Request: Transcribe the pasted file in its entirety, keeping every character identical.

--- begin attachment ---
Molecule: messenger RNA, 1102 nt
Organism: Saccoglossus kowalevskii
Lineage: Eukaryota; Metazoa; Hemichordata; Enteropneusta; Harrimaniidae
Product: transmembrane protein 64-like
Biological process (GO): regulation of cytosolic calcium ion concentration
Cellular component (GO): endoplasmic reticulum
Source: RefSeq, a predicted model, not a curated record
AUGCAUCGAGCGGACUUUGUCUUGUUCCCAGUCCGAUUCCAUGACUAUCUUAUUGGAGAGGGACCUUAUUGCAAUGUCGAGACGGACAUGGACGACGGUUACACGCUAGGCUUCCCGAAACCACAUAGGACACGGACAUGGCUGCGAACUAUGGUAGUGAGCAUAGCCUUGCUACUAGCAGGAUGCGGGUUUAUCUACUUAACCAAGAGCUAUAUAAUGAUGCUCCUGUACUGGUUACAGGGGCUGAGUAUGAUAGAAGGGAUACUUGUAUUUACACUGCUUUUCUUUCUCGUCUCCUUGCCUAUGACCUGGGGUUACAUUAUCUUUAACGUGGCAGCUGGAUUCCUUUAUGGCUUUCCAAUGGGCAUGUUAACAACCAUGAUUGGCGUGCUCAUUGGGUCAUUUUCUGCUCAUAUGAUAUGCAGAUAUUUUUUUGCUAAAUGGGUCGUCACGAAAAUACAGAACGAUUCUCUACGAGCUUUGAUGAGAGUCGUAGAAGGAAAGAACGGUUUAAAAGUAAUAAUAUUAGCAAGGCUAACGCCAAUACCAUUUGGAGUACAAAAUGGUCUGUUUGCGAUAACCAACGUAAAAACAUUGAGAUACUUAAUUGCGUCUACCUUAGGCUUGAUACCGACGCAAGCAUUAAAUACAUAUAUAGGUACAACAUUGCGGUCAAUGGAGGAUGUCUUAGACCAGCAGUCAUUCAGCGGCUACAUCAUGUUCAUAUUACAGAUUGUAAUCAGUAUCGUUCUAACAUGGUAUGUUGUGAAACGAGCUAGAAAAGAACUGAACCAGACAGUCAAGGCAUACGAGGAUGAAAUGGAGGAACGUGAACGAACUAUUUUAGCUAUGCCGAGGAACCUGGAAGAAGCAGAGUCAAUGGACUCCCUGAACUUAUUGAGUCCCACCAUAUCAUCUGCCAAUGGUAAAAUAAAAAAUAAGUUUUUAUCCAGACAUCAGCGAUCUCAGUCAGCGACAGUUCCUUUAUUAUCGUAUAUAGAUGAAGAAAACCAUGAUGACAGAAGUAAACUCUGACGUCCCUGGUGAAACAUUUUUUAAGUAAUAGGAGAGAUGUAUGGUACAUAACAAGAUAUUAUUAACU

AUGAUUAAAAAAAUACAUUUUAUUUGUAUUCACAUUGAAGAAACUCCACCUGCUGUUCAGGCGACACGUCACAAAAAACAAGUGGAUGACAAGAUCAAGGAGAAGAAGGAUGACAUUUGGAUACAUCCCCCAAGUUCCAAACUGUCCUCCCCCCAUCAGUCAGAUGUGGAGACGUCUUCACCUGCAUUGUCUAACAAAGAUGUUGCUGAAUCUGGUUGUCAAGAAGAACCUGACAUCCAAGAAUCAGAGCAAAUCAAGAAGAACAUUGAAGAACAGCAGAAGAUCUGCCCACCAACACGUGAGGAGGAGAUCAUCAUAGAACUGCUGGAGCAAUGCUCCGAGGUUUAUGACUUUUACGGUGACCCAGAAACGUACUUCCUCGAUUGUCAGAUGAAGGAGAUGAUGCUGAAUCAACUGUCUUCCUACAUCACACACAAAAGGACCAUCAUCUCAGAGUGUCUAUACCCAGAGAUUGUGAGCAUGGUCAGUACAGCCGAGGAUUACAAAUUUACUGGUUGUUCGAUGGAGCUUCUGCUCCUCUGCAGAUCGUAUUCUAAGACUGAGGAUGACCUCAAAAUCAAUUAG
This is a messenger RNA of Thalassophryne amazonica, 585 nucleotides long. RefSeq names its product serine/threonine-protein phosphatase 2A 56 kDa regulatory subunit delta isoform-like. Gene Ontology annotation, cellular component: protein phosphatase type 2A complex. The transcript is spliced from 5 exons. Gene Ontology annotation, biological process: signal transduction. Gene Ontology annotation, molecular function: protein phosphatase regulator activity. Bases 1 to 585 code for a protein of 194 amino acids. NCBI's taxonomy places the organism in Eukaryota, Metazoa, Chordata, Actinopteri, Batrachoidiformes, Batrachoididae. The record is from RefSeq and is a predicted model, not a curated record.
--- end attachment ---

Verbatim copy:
Molecule: messenger RNA, 1102 nt
Organism: Saccoglossus kowalevskii
Lineage: Eukaryota; Metazoa; Hemichordata; Enteropneusta; Harrimaniidae
Product: transmembrane protein 64-like
Biological process (GO): regulation of cytosolic calcium ion concentration
Cellular component (GO): endoplasmic reticulum
Source: RefSeq, a predicted model, not a curated record
AUGCAUCGAGCGGACUUUGUCUUGUUCCCAGUCCGAUUCCAUGACUAUCUUAUUGGAGAGGGACCUUAUUGCAAUGUCGAGACGGACAUGGACGACGGUUACACGCUAGGCUUCCCGAAACCACAUAGGACACGGACAUGGCUGCGAACUAUGGUAGUGAGCAUAGCCUUGCUACUAGCAGGAUGCGGGUUUAUCUACUUAACCAAGAGCUAUAUAAUGAUGCUCCUGUACUGGUUACAGGGGCUGAGUAUGAUAGAAGGGAUACUUGUAUUUACACUGCUUUUCUUUCUCGUCUCCUUGCCUAUGACCUGGGGUUACAUUAUCUUUAACGUGGCAGCUGGAUUCCUUUAUGGCUUUCCAAUGGGCAUGUUAACAACCAUGAUUGGCGUGCUCAUUGGGUCAUUUUCUGCUCAUAUGAUAUGCAGAUAUUUUUUUGCUAAAUGGGUCGUCACGAAAAUACAGAACGAUUCUCUACGAGCUUUGAUGAGAGUCGUAGAAGGAAAGAACGGUUUAAAAGUAAUAAUAUUAGCAAGGCUAACGCCAAUACCAUUUGGAGUACAAAAUGGUCUGUUUGCGAUAACCAACGUAAAAACAUUGAGAUACUUAAUUGCGUCUACCUUAGGCUUGAUACCGACGCAAGCAUUAAAUACAUAUAUAGGUACAACAUUGCGGUCAAUGGAGGAUGUCUUAGACCAGCAGUCAUUCAGCGGCUACAUCAUGUUCAUAUUACAGAUUGUAAUCAGUAUCGUUCUAACAUGGUAUGUUGUGAAACGAGCUAGAAAAGAACUGAACCAGACAGUCAAGGCAUACGAGGAUGAAAUGGAGGAACGUGAACGAACUAUUUUAGCUAUGCCGAGGAACCUGGAAGAAGCAGAGUCAAUGGACUCCCUGAACUUAUUGAGUCCCACCAUAUCAUCUGCCAAUGGUAAAAUAAAAAAUAAGUUUUUAUCCAGACAUCAGCGAUCUCAGUCAGCGACAGUUCCUUUAUUAUCGUAUAUAGAUGAAGAAAACCAUGAUGACAGAAGUAAACUCUGACGUCCCUGGUGAAACAUUUUUUAAGUAAUAGGAGAGAUGUAUGGUACAUAACAAGAUAUUAUUAACU

AUGAUUAAAAAAAUACAUUUUAUUUGUAUUCACAUUGAAGAAACUCCACCUGCUGUUCAGGCGACACGUCACAAAAAACAAGUGGAUGACAAGAUCAAGGAGAAGAAGGAUGACAUUUGGAUACAUCCCCCAAGUUCCAAACUGUCCUCCCCCCAUCAGUCAGAUGUGGAGACGUCUUCACCUGCAUUGUCUAACAAAGAUGUUGCUGAAUCUGGUUGUCAAGAAGAACCUGACAUCCAAGAAUCAGAGCAAAUCAAGAAGAACAUUGAAGAACAGCAGAAGAUCUGCCCACCAACACGUGAGGAGGAGAUCAUCAUAGAACUGCUGGAGCAAUGCUCCGAGGUUUAUGACUUUUACGGUGACCCAGAAACGUACUUCCUCGAUUGUCAGAUGAAGGAGAUGAUGCUGAAUCAACUGUCUUCCUACAUCACACACAAAAGGACCAUCAUCUCAGAGUGUCUAUACCCAGAGAUUGUGAGCAUGGUCAGUACAGCCGAGGAUUACAAAUUUACUGGUUGUUCGAUGGAGCUUCUGCUCCUCUGCAGAUCGUAUUCUAAGACUGAGGAUGACCUCAAAAUCAAUUAG
This is a messenger RNA of Thalassophryne amazonica, 585 nucleotides long. RefSeq names its product serine/threonine-protein phosphatase 2A 56 kDa regulatory subunit delta isoform-like. Gene Ontology annotation, cellular component: protein phosphatase type 2A complex. The transcript is spliced from 5 exons. Gene Ontology annotation, biological process: signal transduction. Gene Ontology annotation, molecular function: protein phosphatase regulator activity. Bases 1 to 585 code for a protein of 194 amino acids. NCBI's taxonomy places the organism in Eukaryota, Metazoa, Chordata, Actinopteri, Batrachoidiformes, Batrachoididae. The record is from RefSeq and is a predicted model, not a curated record.